From Both Sides of the Couch

A therapist reflects on her time with patients, and her time as a patient.

Setting Limits is Not Always so Clear-Cut

Approaching others and establishing boundaries takes acumen.

As a young child and adolescent I had dutifully put all the money I had received from my parents, grandparents, aunts and uncles and other relatives for birthdays and holidays into a savings account for COLLEGE. When I was very young I didn’t quite know what college was; all I knew was that it was somewhere important that I’d be going that was very expensive and that I would be going to learn important things. As I grew older and after my father lost his job due to his alcoholism, I came to realize (and I kept it to myself) that I wouldn’t be attending the elite private schools that most of my friends from high school were applying to.

When the time came to actually apply to various colleges, I was told by my mother that I need only apply to state schools because that was all that I would be able to afford with grants and loans. “What about all the money from Grandpa and Grandma and Aunt Lorraine and everyone else?” I asked. “How much do I have in my savings account?”

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“Oh we had to use that,” my mother told me nonchalantly. I started to protest, meekly, but was told by my mother that the family had needed it.

I learned from that experience that I had no control over what I thought was mine; what I had put away for my so-called education was fodder for the taking.

To this day, I have trouble setting limits on saving for the long-term and setting limits with spending for immediate gratification. I often feel that if I put something away, despite the fact that I am an adult, someone is going to find a way, a reason to wrestle it away from me.

Setting limits is difficult. Whether in a personal or professional situation, establishing firm boundaries and maintaining them with the people who are in our lives is hard work.

At my job I will gladly take on work and more work that I know will stretch my capacities. Just as I could not stand up to my mother, I have difficulty approaching my boss and telling her that I am pushed beyond my limits. I am fearful that she will view me as less than; less than willing, less than capable and in these hard economic times, I don’t want to give her any reason to see me that way. But how much is too much? How much is reasonable?

I see my patients having difficultly setting limits in their relationships as well. Some of them are verbally or emotionally abused, yet are reluctant to confront their abuser on his or her behavior, or even ask them to come in for a joint session. He or she may fantasize about moving out, but the reality is frightening. Even when the couple is not legally married and don’t have children to consider, the pattern of interaction is so ingrained that the possibility of a shift is scary.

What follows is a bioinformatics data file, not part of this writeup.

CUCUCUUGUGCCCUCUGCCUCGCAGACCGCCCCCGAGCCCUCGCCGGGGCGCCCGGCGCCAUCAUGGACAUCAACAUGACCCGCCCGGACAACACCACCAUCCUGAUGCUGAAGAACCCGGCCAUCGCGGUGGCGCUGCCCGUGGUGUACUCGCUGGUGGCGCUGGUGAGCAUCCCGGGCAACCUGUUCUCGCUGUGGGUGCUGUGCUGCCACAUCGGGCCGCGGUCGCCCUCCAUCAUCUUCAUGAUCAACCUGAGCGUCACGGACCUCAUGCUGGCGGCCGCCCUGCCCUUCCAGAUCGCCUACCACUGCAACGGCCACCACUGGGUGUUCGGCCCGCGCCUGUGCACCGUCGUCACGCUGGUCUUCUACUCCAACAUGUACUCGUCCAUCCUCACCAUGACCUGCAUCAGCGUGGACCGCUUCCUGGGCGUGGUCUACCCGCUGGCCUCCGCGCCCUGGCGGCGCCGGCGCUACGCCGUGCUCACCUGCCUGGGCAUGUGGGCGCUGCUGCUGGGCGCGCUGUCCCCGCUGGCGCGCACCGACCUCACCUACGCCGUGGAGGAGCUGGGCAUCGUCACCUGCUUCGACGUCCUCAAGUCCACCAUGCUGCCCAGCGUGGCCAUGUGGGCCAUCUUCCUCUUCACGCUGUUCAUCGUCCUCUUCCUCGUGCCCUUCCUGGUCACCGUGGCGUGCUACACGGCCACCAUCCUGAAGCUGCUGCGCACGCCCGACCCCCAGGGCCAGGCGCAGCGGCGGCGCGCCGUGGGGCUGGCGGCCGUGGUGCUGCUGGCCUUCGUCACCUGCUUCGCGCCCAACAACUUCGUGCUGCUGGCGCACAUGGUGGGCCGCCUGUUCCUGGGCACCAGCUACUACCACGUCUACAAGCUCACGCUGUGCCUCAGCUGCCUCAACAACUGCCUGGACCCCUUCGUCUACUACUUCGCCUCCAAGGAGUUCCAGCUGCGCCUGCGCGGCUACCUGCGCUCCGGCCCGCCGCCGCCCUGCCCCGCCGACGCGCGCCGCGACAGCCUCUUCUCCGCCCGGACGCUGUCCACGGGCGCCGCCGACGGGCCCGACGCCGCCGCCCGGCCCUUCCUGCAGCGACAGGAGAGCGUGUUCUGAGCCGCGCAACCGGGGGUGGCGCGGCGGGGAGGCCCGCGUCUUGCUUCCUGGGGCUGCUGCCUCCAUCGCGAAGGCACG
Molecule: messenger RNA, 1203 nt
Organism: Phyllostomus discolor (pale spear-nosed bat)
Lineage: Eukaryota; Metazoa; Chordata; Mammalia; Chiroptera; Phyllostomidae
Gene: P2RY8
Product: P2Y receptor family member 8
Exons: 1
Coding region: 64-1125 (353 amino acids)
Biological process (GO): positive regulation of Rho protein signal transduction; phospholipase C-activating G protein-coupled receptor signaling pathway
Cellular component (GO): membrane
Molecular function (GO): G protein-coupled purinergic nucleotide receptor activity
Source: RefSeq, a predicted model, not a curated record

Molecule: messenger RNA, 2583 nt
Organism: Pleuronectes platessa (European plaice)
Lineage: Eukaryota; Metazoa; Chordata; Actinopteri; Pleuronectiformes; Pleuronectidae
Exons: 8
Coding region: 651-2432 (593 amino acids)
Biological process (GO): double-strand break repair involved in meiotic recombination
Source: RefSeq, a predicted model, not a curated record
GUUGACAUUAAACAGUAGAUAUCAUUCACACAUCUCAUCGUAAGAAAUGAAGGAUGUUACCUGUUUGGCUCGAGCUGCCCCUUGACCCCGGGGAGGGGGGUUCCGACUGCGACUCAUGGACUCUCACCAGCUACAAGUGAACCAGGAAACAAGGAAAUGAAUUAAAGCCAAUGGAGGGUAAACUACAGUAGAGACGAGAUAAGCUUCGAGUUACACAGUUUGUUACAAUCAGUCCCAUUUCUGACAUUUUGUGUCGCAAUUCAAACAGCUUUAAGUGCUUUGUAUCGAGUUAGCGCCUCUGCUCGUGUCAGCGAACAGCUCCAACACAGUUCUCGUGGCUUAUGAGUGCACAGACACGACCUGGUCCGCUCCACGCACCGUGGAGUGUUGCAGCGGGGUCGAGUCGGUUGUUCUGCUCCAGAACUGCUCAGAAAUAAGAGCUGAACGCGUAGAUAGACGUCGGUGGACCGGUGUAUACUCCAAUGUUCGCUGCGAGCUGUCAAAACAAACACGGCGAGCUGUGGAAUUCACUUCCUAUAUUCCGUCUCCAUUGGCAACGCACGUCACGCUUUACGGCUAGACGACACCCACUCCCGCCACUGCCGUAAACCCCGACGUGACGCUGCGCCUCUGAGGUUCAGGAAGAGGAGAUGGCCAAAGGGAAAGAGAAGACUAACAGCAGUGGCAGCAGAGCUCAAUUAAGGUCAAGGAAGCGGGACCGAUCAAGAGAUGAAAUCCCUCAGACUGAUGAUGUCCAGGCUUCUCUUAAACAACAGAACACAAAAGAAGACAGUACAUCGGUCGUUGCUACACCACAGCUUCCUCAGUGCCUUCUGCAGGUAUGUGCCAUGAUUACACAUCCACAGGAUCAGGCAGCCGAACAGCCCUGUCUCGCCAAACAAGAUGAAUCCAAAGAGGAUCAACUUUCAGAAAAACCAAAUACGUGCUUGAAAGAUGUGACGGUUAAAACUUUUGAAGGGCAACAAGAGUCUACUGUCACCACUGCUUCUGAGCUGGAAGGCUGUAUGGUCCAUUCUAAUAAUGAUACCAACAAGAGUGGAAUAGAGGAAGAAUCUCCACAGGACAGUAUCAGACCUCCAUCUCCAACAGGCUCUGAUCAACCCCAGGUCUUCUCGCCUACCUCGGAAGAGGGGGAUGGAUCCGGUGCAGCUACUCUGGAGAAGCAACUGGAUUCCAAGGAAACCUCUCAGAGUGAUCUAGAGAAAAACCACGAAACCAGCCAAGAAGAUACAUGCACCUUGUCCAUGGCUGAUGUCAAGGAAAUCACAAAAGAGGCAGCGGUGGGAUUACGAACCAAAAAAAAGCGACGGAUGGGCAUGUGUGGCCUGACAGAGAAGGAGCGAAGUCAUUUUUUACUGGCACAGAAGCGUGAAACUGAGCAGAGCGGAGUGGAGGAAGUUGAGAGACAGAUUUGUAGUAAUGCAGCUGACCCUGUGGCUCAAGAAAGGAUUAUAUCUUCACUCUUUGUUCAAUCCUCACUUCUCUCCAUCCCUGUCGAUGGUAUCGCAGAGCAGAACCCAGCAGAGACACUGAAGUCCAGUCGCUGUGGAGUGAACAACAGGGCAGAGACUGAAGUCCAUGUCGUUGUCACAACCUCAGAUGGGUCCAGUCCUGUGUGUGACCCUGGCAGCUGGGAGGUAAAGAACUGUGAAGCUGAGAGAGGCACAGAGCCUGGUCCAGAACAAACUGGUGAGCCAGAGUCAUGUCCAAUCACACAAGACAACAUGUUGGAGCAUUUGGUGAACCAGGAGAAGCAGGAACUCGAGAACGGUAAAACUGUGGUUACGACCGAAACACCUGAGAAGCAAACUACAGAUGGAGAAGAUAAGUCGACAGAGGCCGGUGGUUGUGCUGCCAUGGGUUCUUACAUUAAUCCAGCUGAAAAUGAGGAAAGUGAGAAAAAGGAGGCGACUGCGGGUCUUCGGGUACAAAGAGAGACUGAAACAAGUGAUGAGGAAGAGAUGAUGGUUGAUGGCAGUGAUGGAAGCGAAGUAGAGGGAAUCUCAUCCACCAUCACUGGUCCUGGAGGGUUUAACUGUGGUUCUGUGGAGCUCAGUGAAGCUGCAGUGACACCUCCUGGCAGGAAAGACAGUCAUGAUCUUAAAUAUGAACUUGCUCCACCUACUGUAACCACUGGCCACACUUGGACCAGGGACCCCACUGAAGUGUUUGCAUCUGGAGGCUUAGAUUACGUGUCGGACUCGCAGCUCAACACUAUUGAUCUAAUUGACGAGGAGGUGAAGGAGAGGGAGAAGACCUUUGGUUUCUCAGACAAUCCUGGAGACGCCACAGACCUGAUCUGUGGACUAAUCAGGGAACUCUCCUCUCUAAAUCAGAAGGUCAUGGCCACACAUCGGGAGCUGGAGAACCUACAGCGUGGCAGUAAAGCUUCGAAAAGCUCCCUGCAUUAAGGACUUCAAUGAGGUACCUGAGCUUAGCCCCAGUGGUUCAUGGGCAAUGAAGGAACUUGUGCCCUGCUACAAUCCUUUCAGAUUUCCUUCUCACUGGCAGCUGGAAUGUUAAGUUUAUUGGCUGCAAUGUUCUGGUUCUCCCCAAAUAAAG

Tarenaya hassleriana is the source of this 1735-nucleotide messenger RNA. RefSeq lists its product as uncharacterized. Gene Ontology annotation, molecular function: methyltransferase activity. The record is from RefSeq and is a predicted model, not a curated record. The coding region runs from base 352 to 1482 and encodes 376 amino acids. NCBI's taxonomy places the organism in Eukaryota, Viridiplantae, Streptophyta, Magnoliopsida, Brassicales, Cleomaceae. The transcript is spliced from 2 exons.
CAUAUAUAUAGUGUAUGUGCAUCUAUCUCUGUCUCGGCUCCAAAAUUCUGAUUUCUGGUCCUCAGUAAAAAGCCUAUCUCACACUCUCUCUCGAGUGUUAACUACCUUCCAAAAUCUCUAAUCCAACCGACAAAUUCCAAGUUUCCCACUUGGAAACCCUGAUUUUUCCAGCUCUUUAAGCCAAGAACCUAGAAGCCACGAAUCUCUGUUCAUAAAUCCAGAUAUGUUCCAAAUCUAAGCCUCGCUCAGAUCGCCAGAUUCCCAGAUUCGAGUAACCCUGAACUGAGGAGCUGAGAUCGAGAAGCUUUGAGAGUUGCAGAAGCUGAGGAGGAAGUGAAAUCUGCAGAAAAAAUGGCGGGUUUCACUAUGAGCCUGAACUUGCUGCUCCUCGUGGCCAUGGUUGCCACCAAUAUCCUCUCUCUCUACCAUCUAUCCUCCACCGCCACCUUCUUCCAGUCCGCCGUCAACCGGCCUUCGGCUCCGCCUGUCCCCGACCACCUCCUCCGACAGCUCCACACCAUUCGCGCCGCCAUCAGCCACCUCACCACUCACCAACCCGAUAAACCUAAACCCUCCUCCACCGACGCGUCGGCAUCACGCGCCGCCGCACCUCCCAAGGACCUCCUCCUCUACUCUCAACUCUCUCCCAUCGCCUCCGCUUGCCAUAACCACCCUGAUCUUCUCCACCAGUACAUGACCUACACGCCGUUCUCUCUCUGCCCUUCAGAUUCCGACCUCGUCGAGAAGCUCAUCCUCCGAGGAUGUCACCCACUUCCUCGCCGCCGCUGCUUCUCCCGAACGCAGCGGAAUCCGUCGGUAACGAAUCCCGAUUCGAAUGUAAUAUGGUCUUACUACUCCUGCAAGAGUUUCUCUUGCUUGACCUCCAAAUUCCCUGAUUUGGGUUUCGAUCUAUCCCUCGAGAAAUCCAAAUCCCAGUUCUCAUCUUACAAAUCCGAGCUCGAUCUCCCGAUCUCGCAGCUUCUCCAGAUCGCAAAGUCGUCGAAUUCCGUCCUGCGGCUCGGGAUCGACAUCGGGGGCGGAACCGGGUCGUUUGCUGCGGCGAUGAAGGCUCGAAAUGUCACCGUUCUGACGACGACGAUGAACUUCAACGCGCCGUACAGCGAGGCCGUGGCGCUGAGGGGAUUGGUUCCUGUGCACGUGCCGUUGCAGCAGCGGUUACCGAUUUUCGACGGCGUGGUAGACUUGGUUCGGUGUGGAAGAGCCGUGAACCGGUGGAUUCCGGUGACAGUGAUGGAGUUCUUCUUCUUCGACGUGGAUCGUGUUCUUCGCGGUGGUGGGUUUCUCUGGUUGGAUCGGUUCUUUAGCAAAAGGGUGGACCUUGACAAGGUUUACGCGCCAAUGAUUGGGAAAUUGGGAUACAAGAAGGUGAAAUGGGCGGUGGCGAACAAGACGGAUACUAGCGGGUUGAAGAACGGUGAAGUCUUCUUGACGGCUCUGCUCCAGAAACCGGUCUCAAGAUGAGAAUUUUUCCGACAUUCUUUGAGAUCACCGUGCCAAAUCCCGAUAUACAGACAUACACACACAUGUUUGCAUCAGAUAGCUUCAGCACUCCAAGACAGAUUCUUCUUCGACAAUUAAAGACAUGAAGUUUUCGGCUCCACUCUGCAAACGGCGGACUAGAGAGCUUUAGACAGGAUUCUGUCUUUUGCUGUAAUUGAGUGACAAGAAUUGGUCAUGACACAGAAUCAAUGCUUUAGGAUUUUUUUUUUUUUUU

With some of them the abuse is more subtle. They may be the ones doing all the housework and the yard work in the summer, shoveling the snow in the winter, despite their gender or their fragile health. A patient is reluctant to disrupt the “balance” of the household for fear that it will disturb the carefully orchestrated peace that the couple feels they have reached. They may not even realize that they are being taken advantage of — this pattern has gone on for so long.

Others work incredibly hard, often having to cancel sessions at the last minute, because their bosses have “asked” them to work late and they are afraid to decline. I can see the stress of their jobs evident in other ways; depression, anxiety, physical illness, insomnia, irritability and others, but because they are afraid of losing their jobs, they remain fearful of bringing the fact that they are overloaded up to their supervisors.

They could be part-time workers who often don’t know their schedule almost until the last minute, or full-time salaried employees who don’t receive compensation when they work overtime. Many don’t have health insurance (or pay a significant chunk out of their salary for it), or live constantly on the edge of making over the income allowed by Medicaid. The stress takes its toll.

What’s the answer? It’s not always as straightforward as “confront your partner,” or “approach your boss.” It’s understandable why people are hesitant to upset relationships they may be holding on to for a number of reasons. Additionally, we have grounds to be concerned about our jobs in this economic climate but we also have to take care of ourselves. If we don’t take care of ourselves, no one else will.

It’s a matter of learning by doing, of practice, of sticking up for ourselves and remembering that we are valuable. The ability to set limits, where we haven’t always been able to do so isn’t going to come overnight, but I believe that we can get there.

The consequences of failing to achieve some sort of equilibrium is a situation to which we don't want to become accustomed.

Gerri Luce is a licensed clinical social worker who publishes under a pseudonym.

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